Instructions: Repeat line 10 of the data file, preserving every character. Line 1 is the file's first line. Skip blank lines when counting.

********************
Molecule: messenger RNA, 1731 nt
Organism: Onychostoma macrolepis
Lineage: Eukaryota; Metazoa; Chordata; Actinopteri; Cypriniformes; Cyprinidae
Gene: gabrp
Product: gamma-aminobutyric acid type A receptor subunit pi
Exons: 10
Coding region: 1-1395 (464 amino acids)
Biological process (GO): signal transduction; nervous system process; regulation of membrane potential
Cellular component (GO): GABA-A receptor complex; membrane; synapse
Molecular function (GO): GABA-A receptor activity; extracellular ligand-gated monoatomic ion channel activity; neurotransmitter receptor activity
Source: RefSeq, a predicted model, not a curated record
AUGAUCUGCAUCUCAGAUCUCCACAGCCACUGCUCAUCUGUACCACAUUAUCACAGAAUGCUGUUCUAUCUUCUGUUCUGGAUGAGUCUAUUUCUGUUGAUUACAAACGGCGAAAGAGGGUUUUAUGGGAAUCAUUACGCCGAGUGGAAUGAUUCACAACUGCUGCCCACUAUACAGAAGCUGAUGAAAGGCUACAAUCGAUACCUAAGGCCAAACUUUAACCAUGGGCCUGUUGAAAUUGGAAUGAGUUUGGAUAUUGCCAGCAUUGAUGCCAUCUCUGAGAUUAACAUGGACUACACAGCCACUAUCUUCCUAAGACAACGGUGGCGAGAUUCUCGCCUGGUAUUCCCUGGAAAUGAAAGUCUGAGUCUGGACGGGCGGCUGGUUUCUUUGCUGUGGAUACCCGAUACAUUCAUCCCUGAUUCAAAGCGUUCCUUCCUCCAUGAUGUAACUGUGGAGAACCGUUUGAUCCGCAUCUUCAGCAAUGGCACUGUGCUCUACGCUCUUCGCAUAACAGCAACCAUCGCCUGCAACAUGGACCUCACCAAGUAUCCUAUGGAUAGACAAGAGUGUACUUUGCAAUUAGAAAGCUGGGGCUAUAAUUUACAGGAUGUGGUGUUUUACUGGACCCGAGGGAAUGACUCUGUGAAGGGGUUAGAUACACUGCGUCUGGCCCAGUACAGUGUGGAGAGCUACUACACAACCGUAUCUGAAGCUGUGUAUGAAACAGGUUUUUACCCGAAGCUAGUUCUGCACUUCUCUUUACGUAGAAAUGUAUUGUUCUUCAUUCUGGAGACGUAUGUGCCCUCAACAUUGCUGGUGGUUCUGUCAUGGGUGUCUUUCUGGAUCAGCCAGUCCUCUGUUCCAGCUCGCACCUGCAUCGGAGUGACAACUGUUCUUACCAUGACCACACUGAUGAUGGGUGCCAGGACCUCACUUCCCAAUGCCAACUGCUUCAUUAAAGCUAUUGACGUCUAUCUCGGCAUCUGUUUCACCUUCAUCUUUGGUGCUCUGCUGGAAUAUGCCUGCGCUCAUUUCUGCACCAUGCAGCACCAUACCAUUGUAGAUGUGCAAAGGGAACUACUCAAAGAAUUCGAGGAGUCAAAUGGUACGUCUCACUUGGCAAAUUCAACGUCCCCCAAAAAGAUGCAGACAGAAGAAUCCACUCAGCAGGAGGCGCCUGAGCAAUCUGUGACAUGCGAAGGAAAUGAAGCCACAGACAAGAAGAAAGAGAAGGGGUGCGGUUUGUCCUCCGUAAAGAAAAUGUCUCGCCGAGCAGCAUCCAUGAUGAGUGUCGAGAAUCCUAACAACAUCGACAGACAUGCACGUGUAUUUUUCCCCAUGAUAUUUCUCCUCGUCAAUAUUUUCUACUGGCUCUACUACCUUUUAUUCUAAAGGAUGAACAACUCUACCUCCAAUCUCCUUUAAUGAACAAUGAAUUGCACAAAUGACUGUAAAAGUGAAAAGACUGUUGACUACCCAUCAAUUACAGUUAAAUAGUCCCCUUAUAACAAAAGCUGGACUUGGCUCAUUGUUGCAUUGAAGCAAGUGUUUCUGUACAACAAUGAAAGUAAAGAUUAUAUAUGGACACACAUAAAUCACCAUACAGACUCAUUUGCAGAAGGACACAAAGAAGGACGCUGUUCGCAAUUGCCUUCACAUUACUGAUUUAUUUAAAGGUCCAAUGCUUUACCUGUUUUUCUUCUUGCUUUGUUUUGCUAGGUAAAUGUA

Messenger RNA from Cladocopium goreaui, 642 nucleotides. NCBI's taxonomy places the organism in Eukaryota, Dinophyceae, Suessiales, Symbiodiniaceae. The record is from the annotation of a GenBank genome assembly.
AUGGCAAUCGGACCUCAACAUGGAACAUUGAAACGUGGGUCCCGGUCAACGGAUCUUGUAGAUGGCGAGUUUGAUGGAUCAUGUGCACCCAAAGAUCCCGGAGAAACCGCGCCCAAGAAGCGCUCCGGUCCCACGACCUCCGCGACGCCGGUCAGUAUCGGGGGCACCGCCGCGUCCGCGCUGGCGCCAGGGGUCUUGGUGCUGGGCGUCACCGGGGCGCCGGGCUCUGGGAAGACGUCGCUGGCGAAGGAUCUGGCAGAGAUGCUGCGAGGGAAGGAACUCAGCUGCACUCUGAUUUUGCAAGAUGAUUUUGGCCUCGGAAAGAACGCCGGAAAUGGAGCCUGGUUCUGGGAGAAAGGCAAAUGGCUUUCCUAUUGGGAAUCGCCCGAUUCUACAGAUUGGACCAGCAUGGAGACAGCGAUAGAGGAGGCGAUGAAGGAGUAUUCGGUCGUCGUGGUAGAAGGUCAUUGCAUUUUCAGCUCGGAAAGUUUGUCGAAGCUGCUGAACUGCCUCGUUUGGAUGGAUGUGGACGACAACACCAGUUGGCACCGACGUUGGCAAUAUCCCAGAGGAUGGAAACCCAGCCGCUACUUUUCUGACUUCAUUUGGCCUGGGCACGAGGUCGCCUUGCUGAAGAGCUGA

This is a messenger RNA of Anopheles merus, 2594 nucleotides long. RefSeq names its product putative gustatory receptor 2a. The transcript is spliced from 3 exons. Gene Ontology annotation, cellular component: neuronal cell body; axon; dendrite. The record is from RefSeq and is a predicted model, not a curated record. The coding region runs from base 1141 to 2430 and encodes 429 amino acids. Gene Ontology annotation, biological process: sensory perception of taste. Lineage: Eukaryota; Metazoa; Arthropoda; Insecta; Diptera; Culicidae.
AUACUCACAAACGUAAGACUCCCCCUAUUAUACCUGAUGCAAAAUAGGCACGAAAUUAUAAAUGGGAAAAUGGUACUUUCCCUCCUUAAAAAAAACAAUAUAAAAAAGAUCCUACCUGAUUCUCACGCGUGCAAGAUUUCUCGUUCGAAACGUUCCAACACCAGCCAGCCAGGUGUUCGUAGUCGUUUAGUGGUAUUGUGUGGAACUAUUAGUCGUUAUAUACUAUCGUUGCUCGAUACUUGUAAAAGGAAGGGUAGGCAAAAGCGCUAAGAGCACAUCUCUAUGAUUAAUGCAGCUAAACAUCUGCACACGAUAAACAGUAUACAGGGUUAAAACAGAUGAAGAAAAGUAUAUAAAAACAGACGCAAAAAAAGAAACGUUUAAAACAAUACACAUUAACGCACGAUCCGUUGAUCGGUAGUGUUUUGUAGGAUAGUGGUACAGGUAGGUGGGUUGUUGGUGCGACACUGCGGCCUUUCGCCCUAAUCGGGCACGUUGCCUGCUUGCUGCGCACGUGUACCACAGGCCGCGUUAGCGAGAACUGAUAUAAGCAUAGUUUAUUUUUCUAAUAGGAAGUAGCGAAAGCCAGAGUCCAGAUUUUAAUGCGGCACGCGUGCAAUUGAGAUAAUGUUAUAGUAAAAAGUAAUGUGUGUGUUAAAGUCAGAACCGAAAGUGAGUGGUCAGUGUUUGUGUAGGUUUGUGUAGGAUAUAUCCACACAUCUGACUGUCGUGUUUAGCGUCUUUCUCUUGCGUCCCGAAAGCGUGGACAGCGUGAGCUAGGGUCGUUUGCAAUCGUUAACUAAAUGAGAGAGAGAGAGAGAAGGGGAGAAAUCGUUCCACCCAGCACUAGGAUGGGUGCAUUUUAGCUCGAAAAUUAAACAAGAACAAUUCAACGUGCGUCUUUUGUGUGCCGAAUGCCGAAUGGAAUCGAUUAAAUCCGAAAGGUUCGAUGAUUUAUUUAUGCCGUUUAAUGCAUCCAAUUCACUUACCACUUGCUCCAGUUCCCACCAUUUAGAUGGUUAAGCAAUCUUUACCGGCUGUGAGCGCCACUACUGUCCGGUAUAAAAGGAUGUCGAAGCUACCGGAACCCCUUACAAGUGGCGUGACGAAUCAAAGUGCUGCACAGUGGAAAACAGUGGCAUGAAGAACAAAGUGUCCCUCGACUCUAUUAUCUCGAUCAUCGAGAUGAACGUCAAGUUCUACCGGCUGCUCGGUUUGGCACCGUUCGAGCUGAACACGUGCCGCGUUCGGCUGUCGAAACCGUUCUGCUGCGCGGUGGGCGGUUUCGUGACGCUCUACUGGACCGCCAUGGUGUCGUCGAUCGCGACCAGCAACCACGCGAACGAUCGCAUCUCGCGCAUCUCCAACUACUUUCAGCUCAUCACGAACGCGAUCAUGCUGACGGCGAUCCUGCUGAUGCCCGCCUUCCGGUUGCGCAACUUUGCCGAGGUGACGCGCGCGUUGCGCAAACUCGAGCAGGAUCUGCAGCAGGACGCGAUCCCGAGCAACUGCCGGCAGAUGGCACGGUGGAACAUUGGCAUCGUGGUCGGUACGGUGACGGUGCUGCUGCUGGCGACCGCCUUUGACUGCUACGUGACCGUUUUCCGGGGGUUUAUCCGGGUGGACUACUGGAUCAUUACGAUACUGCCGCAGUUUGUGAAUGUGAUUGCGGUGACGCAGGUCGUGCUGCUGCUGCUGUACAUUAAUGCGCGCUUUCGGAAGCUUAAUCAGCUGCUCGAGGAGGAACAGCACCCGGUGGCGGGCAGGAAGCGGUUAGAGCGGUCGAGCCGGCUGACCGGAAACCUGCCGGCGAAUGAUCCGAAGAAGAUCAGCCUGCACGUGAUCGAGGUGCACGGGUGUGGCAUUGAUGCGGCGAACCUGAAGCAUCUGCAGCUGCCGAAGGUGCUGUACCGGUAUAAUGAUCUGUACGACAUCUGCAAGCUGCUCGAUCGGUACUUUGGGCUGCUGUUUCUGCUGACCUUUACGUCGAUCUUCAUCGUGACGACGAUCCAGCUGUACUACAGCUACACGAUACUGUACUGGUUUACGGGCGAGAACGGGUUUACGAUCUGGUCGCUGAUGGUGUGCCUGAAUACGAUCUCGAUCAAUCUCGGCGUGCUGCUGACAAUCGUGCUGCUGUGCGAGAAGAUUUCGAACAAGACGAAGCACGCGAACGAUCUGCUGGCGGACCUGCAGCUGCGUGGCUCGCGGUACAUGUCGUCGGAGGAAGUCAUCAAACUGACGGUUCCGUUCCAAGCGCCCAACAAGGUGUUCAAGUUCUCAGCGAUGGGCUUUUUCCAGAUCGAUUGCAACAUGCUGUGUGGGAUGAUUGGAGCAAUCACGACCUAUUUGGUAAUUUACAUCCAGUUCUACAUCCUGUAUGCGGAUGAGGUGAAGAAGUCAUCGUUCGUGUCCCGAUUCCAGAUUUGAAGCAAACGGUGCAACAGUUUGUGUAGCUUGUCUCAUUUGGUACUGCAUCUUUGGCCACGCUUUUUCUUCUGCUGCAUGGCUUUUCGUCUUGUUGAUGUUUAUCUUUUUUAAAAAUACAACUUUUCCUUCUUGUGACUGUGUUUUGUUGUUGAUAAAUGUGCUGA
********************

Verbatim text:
Molecular function (GO): GABA-A receptor activity; extracellular ligand-gated monoatomic ion channel activity; neurotransmitter receptor activity